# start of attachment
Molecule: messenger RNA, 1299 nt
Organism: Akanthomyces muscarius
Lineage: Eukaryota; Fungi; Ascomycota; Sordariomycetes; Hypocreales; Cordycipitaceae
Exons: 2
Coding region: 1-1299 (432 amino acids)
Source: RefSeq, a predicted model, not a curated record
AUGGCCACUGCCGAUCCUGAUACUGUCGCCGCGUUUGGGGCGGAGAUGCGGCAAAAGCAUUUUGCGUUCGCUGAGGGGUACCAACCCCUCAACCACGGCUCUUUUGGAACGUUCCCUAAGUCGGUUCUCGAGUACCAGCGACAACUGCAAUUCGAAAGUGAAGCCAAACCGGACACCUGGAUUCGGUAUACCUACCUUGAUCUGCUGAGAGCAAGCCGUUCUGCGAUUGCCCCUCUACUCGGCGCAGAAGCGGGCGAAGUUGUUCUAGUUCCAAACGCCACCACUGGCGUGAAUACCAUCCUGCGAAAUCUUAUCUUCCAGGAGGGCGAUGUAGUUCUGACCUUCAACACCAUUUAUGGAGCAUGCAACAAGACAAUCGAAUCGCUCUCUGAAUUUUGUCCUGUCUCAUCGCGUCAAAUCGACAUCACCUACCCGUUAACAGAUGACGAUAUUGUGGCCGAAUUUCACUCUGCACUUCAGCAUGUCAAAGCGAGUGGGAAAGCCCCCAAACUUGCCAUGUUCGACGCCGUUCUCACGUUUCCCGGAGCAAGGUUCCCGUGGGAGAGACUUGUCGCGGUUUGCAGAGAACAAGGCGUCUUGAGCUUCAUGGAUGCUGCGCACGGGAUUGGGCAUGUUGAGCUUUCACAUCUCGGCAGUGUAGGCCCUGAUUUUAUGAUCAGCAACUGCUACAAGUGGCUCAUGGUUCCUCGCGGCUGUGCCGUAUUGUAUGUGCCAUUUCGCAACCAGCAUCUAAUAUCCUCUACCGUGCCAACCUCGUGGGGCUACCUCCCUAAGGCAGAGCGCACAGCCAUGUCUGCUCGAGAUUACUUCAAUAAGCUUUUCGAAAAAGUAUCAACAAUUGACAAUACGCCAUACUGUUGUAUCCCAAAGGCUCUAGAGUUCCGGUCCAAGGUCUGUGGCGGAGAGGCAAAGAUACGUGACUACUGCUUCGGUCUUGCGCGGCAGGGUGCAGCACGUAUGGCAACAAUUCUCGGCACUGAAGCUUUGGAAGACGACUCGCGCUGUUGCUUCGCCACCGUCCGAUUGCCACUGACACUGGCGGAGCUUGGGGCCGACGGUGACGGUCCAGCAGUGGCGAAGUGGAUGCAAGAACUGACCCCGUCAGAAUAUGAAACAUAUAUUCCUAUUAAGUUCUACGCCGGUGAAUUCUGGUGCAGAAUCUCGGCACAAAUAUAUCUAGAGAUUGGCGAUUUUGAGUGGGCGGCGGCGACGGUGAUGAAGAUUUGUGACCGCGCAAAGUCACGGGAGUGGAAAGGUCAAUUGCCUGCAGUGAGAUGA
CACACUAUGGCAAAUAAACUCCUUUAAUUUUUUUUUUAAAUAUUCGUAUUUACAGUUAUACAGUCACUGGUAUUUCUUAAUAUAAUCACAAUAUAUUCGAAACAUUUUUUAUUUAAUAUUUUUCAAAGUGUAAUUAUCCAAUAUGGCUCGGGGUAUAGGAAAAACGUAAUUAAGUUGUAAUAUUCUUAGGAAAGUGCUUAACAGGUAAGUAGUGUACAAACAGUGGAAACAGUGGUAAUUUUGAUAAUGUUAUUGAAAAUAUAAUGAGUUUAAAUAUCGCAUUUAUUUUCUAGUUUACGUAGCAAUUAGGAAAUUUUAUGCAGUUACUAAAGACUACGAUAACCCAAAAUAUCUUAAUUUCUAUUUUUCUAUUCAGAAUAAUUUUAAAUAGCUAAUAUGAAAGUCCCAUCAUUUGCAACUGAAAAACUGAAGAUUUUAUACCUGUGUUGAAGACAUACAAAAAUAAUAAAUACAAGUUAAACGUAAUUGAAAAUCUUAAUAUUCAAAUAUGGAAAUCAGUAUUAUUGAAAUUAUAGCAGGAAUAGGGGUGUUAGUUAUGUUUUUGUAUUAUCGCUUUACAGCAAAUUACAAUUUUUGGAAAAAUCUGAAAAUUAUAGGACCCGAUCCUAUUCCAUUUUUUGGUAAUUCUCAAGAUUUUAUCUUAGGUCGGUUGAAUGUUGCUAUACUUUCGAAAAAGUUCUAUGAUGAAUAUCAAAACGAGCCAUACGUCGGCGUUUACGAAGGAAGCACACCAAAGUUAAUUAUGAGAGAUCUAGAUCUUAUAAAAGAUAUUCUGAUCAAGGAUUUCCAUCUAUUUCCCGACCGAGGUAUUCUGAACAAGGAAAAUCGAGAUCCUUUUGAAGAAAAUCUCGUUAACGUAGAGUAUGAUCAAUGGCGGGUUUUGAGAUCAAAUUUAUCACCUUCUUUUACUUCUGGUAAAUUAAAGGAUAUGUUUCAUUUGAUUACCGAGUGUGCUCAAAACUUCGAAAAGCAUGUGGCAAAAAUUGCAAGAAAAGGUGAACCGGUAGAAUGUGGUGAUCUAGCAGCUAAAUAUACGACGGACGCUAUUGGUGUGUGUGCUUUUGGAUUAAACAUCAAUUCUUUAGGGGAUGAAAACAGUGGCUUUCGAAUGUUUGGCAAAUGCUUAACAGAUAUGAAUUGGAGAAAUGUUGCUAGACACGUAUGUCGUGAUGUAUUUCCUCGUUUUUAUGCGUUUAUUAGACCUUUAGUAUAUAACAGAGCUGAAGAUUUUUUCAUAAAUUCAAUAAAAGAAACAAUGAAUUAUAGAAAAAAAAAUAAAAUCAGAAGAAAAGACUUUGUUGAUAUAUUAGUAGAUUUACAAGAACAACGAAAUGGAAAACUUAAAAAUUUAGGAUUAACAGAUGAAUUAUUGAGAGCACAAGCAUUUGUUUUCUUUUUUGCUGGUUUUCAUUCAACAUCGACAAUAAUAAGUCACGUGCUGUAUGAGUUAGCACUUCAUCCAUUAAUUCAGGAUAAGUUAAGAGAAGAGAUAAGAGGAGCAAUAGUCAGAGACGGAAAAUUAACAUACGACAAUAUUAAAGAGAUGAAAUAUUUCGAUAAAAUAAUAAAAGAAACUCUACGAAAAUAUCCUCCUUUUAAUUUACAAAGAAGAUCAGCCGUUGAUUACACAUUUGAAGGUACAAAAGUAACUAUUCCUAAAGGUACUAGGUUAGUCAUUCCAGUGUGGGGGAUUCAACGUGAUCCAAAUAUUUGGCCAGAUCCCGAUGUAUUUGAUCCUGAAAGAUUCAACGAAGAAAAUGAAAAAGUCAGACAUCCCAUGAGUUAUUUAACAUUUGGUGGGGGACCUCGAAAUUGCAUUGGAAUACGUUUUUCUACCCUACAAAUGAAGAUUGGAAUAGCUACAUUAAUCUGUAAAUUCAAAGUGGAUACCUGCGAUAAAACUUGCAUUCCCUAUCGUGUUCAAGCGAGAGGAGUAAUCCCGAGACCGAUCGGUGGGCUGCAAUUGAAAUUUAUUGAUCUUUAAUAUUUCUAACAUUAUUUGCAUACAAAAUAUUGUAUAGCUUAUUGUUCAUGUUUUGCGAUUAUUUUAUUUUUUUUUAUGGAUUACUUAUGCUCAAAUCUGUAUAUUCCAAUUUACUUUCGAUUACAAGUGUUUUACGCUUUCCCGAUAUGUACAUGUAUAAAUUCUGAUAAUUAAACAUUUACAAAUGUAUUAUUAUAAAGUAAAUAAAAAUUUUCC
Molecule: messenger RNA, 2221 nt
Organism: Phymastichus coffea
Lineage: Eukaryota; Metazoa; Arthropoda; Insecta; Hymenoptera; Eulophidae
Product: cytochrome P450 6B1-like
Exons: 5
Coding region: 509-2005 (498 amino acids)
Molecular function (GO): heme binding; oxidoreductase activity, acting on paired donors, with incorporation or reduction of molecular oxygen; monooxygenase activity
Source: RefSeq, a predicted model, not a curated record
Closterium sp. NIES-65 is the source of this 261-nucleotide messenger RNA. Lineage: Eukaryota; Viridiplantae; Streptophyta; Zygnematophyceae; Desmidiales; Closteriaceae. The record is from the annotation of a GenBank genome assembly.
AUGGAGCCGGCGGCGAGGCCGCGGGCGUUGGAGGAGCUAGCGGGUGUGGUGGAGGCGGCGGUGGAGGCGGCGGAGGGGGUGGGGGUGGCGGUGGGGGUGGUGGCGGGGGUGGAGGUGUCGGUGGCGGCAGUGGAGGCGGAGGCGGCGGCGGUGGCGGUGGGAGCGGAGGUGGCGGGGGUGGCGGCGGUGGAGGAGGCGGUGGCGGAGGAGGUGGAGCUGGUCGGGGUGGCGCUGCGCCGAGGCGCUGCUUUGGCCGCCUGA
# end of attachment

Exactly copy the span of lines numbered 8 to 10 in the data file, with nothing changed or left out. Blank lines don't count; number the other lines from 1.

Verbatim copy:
CACACUAUGGCAAAUAAACUCCUUUAAUUUUUUUUUUAAAUAUUCGUAUUUACAGUUAUACAGUCACUGGUAUUUCUUAAUAUAAUCACAAUAUAUUCGAAACAUUUUUUAUUUAAUAUUUUUCAAAGUGUAAUUAUCCAAUAUGGCUCGGGGUAUAGGAAAAACGUAAUUAAGUUGUAAUAUUCUUAGGAAAGUGCUUAACAGGUAAGUAGUGUACAAACAGUGGAAACAGUGGUAAUUUUGAUAAUGUUAUUGAAAAUAUAAUGAGUUUAAAUAUCGCAUUUAUUUUCUAGUUUACGUAGCAAUUAGGAAAUUUUAUGCAGUUACUAAAGACUACGAUAACCCAAAAUAUCUUAAUUUCUAUUUUUCUAUUCAGAAUAAUUUUAAAUAGCUAAUAUGAAAGUCCCAUCAUUUGCAACUGAAAAACUGAAGAUUUUAUACCUGUGUUGAAGACAUACAAAAAUAAUAAAUACAAGUUAAACGUAAUUGAAAAUCUUAAUAUUCAAAUAUGGAAAUCAGUAUUAUUGAAAUUAUAGCAGGAAUAGGGGUGUUAGUUAUGUUUUUGUAUUAUCGCUUUACAGCAAAUUACAAUUUUUGGAAAAAUCUGAAAAUUAUAGGACCCGAUCCUAUUCCAUUUUUUGGUAAUUCUCAAGAUUUUAUCUUAGGUCGGUUGAAUGUUGCUAUACUUUCGAAAAAGUUCUAUGAUGAAUAUCAAAACGAGCCAUACGUCGGCGUUUACGAAGGAAGCACACCAAAGUUAAUUAUGAGAGAUCUAGAUCUUAUAAAAGAUAUUCUGAUCAAGGAUUUCCAUCUAUUUCCCGACCGAGGUAUUCUGAACAAGGAAAAUCGAGAUCCUUUUGAAGAAAAUCUCGUUAACGUAGAGUAUGAUCAAUGGCGGGUUUUGAGAUCAAAUUUAUCACCUUCUUUUACUUCUGGUAAAUUAAAGGAUAUGUUUCAUUUGAUUACCGAGUGUGCUCAAAACUUCGAAAAGCAUGUGGCAAAAAUUGCAAGAAAAGGUGAACCGGUAGAAUGUGGUGAUCUAGCAGCUAAAUAUACGACGGACGCUAUUGGUGUGUGUGCUUUUGGAUUAAACAUCAAUUCUUUAGGGGAUGAAAACAGUGGCUUUCGAAUGUUUGGCAAAUGCUUAACAGAUAUGAAUUGGAGAAAUGUUGCUAGACACGUAUGUCGUGAUGUAUUUCCUCGUUUUUAUGCGUUUAUUAGACCUUUAGUAUAUAACAGAGCUGAAGAUUUUUUCAUAAAUUCAAUAAAAGAAACAAUGAAUUAUAGAAAAAAAAAUAAAAUCAGAAGAAAAGACUUUGUUGAUAUAUUAGUAGAUUUACAAGAACAACGAAAUGGAAAACUUAAAAAUUUAGGAUUAACAGAUGAAUUAUUGAGAGCACAAGCAUUUGUUUUCUUUUUUGCUGGUUUUCAUUCAACAUCGACAAUAAUAAGUCACGUGCUGUAUGAGUUAGCACUUCAUCCAUUAAUUCAGGAUAAGUUAAGAGAAGAGAUAAGAGGAGCAAUAGUCAGAGACGGAAAAUUAACAUACGACAAUAUUAAAGAGAUGAAAUAUUUCGAUAAAAUAAUAAAAGAAACUCUACGAAAAUAUCCUCCUUUUAAUUUACAAAGAAGAUCAGCCGUUGAUUACACAUUUGAAGGUACAAAAGUAACUAUUCCUAAAGGUACUAGGUUAGUCAUUCCAGUGUGGGGGAUUCAACGUGAUCCAAAUAUUUGGCCAGAUCCCGAUGUAUUUGAUCCUGAAAGAUUCAACGAAGAAAAUGAAAAAGUCAGACAUCCCAUGAGUUAUUUAACAUUUGGUGGGGGACCUCGAAAUUGCAUUGGAAUACGUUUUUCUACCCUACAAAUGAAGAUUGGAAUAGCUACAUUAAUCUGUAAAUUCAAAGUGGAUACCUGCGAUAAAACUUGCAUUCCCUAUCGUGUUCAAGCGAGAGGAGUAAUCCCGAGACCGAUCGGUGGGCUGCAAUUGAAAUUUAUUGAUCUUUAAUAUUUCUAACAUUAUUUGCAUACAAAAUAUUGUAUAGCUUAUUGUUCAUGUUUUGCGAUUAUUUUAUUUUUUUUUAUGGAUUACUUAUGCUCAAAUCUGUAUAUUCCAAUUUACUUUCGAUUACAAGUGUUUUACGCUUUCCCGAUAUGUACAUGUAUAAAUUCUGAUAAUUAAACAUUUACAAAUGUAUUAUUAUAAAGUAAAUAAAAAUUUUCC
Molecule: messenger RNA, 2221 nt
Organism: Phymastichus coffea